Like many busy people, I spend roughly 40 percent of my waking life wasting time on the internet. The problem: The many commentators and reviewers who pollute the internet only ever talk about good TV shows and movies. Nobody wants to talk about the mediocre ones!
It’s a challenge, and I accept it.
“Apollo Gauntlet” (Adult Swim, 2017)
This defiantly stupid Canadian import began as a YouTube series and was picked up for a six-episode test run, a bit like “MDE Presents: World Peace,” but with less alt-right transgressions and more dumb pop culture references. Myles Langlois’s vision was a parody of the detritus of 1980s D&D culture, sort of resembling the infamous CD-based “Zelda” game cutscenes but with choppier animation. Upgraded for a mass audience, it even more closely evokes those “Zelda” comes, some of the most immediately hate-watchable entertainment of my generation.
The show itself is… fine? Langlois himself plays Paul Cassidy/Apollo Gauntlet, whose fortuitous discovery of magic talking gauntlets transforms him into the superhero for a generic fantasy world. His delivery is one of the best things about the show, lazy and distracted. It’s a bit like “One Punch Man,” a much, much superior show, in that the humor comes not from setbacks but from a hero laconically conquering every challenge he comes across.
I enjoyed the randomness of everything else, and the voice acting owns; Betsy Sodaro, a UCB veteran with a voice like a clogged paper shredder, is particularly good as the most competent member of the adventuring crew Gauntlet stumbles into leading. But too often, the jokes consist of out-of-place references and little follow-through. One example: When Gauntlet teams up with Dr. Benign, the James Urbaniak-voiced villain who sent him to this word, Benign suggests a plan that will be “just like ‘Shadow of the Collossus.'” It’s a video game, get it?
The punchline, delivered by Gauntlet: “Nobody understands your pop culture references.”
That’s it. Fine stoner entertainment, but not much more. Binge-watching will get you maybe through half an edible.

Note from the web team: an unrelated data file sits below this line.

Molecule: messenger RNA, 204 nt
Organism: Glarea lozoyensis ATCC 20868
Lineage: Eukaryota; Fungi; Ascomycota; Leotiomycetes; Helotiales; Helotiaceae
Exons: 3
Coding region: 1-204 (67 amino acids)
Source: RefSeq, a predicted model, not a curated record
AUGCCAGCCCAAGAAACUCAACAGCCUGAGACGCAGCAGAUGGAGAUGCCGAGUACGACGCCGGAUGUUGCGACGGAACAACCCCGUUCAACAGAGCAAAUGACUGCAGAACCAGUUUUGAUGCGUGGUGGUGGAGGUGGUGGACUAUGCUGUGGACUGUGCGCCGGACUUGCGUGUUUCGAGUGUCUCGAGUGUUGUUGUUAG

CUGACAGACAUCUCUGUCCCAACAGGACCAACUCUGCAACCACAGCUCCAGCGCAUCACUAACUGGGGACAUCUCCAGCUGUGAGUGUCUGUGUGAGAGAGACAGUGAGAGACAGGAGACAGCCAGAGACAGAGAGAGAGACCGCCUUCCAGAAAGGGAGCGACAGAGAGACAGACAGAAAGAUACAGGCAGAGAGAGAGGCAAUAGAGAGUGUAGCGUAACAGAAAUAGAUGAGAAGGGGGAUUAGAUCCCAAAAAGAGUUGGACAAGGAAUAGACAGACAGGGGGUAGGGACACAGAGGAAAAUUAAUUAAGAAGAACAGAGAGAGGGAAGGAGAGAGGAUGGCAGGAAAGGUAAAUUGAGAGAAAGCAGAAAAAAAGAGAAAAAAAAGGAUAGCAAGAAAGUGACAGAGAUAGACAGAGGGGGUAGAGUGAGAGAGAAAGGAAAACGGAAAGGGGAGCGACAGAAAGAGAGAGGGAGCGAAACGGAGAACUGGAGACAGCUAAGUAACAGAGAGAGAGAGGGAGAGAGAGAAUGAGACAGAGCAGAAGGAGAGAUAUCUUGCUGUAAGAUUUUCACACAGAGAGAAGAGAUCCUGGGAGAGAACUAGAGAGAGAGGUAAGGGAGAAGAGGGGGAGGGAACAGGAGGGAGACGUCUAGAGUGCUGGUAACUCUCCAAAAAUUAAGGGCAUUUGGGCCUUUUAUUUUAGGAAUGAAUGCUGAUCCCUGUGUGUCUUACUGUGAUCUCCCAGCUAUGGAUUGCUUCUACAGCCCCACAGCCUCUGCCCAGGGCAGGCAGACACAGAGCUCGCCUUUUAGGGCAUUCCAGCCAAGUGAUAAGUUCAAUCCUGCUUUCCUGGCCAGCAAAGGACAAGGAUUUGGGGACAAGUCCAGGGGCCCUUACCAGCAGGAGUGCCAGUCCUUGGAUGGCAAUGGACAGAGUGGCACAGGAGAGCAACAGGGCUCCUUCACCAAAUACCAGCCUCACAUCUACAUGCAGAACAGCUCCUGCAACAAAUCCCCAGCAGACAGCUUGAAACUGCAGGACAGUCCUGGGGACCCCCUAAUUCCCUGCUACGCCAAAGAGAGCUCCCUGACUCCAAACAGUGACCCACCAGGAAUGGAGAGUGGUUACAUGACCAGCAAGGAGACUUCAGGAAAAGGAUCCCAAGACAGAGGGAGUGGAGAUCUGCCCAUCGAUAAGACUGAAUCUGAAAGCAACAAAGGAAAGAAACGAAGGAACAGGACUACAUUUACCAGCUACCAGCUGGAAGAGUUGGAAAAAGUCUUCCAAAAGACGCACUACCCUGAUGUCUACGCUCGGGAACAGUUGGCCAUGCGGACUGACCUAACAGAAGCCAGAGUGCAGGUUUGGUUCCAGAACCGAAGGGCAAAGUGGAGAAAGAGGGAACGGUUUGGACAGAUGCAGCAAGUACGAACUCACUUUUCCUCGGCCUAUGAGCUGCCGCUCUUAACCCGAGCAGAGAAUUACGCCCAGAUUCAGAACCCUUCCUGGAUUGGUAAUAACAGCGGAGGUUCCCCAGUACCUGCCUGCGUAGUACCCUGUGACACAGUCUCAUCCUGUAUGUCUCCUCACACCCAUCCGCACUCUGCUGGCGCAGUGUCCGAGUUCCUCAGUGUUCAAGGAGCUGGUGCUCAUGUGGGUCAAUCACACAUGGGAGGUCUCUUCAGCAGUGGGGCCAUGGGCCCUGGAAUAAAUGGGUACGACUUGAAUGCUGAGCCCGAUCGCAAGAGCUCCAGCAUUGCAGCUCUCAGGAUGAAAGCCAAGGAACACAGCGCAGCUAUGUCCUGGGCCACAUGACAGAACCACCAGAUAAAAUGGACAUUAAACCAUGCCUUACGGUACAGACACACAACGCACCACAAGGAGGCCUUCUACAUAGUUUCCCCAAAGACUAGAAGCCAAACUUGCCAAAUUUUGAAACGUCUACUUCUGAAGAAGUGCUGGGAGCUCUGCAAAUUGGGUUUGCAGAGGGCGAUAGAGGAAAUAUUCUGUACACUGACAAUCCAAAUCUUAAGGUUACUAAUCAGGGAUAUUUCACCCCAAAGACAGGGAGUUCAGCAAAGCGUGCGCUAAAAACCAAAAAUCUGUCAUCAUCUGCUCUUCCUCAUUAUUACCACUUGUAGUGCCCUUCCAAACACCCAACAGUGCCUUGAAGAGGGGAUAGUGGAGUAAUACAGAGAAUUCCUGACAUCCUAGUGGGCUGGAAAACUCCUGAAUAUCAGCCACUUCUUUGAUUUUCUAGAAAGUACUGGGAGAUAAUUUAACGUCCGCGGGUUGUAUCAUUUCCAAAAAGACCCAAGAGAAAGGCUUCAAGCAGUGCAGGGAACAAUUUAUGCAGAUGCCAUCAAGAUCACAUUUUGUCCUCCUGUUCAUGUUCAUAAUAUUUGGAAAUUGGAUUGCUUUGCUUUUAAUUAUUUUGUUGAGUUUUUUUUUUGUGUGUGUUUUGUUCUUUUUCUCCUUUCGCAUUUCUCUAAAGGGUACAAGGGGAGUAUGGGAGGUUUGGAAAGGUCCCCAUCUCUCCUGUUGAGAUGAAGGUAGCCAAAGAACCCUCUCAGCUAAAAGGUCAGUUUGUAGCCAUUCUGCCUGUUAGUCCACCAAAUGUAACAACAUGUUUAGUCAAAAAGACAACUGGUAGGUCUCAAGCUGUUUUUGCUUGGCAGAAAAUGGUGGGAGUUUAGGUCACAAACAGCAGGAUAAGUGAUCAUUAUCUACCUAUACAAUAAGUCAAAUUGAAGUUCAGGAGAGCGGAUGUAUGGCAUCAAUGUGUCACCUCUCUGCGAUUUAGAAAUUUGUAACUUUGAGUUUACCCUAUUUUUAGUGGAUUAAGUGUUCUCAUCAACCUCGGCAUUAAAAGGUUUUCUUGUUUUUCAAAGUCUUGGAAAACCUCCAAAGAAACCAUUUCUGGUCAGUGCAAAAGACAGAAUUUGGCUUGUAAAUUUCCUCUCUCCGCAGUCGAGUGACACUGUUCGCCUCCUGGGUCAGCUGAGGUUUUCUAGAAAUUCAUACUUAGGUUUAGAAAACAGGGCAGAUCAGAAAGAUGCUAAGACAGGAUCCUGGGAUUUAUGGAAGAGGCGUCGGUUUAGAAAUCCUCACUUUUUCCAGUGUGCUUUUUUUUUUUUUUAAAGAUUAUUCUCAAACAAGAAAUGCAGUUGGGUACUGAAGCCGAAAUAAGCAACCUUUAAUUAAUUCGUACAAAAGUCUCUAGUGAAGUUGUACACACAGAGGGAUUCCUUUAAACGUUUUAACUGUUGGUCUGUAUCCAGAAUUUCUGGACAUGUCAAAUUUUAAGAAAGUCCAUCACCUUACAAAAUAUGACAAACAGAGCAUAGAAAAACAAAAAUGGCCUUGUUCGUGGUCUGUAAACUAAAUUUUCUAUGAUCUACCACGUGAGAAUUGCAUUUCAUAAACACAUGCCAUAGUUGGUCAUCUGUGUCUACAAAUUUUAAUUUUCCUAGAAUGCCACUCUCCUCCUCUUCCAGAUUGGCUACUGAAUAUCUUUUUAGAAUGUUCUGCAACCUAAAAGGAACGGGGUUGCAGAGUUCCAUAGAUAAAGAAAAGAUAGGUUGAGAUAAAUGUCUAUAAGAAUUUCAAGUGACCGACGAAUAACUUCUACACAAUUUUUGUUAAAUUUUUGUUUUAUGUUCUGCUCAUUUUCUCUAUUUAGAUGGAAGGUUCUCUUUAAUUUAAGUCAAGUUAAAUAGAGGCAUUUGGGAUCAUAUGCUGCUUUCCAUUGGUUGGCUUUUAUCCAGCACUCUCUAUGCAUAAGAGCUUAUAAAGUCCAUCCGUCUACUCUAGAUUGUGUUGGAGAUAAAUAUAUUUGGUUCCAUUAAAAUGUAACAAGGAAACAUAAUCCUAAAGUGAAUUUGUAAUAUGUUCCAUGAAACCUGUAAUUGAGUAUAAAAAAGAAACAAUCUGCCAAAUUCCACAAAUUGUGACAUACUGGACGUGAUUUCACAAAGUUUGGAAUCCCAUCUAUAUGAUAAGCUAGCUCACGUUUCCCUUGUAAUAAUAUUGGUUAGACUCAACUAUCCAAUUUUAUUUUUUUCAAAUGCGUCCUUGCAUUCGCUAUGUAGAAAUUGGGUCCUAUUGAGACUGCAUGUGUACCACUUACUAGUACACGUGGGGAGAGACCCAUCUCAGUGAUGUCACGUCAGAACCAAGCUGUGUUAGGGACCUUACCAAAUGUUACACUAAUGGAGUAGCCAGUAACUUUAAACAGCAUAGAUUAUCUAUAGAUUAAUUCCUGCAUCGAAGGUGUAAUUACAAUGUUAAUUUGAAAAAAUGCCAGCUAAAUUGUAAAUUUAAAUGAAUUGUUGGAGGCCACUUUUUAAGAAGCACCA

“I’m Dying Up Here” (Showtime, 2017)
My favorite hate-watch of 2017, a deeply flawed show packed with enough funny performances that I keep turning it on and suppressing my groans. Based loosely on what’s supposed to be a very good book about the alt-comedy scene in Los Angeles in the 1960s and 1970s, the show’s set largely in the fictional Goldie’s, owned by — get this — a woman named Goldie, played by Melissa Leo with dramatic chops and a lot of corny dialogue. Goldie’s is basically The Comedy Store, which, fortunately for set designers, has not changed since the 1970s.
Goldie presides over a sophisticated comedy slave trade, where comics work for no pay for the right to hone their acts and maybe catch the eyes of producers. The plotlines that don’t resolve around personal drama usually focus on the workability of this scheme, which, in the pilot episode, is complicated by a comedian (Sebastian Stan) getting a big break on “The Tonight Show” and then killing himself, because there was nowhere to go but down.
God help me, I was compelled to keep watching, mostly because of the performances that anchor the b-plots. The a-plots are often excruciating, usually involving Bill (Andrew Santino), Nick (Jack Lacy), and Cassie (Ari Gaynor) battle their egos — and in Nick’s case, every drug available in 1975 Los Angeles — to Make It. But the b-team of actors are funny in a way that overcomes the occasional drab script — Clark Duke, Erik Griffin, Jon Daly, and Al Madrigal as a comedian who is, correctly, mocked for making every single joke about Mexicans. There’s a throwaway scene in which Duke and Daly argue over whether the drowning death of Daly’s father makes any sense as an analogy that’s one of my favorite things all year. (Another favorite: A hanger-on comedian played by Dom Irrera walking absent-mindedly into a fight, kicking a sleazy radio producer on the ground, and only then asking “hey, who we kickin’?”)
Also, to be fair, it’s damn hard to make fake “comedy” work, as the people who suffered through “Studio 60” can attest. “30 Rock” usually got past this problem by making its show-within-a-show completely surreal; “I’m Dying Up Here” does a good job manufacturing stand-up that sounds like it was delivered by people who haven’t quite made it.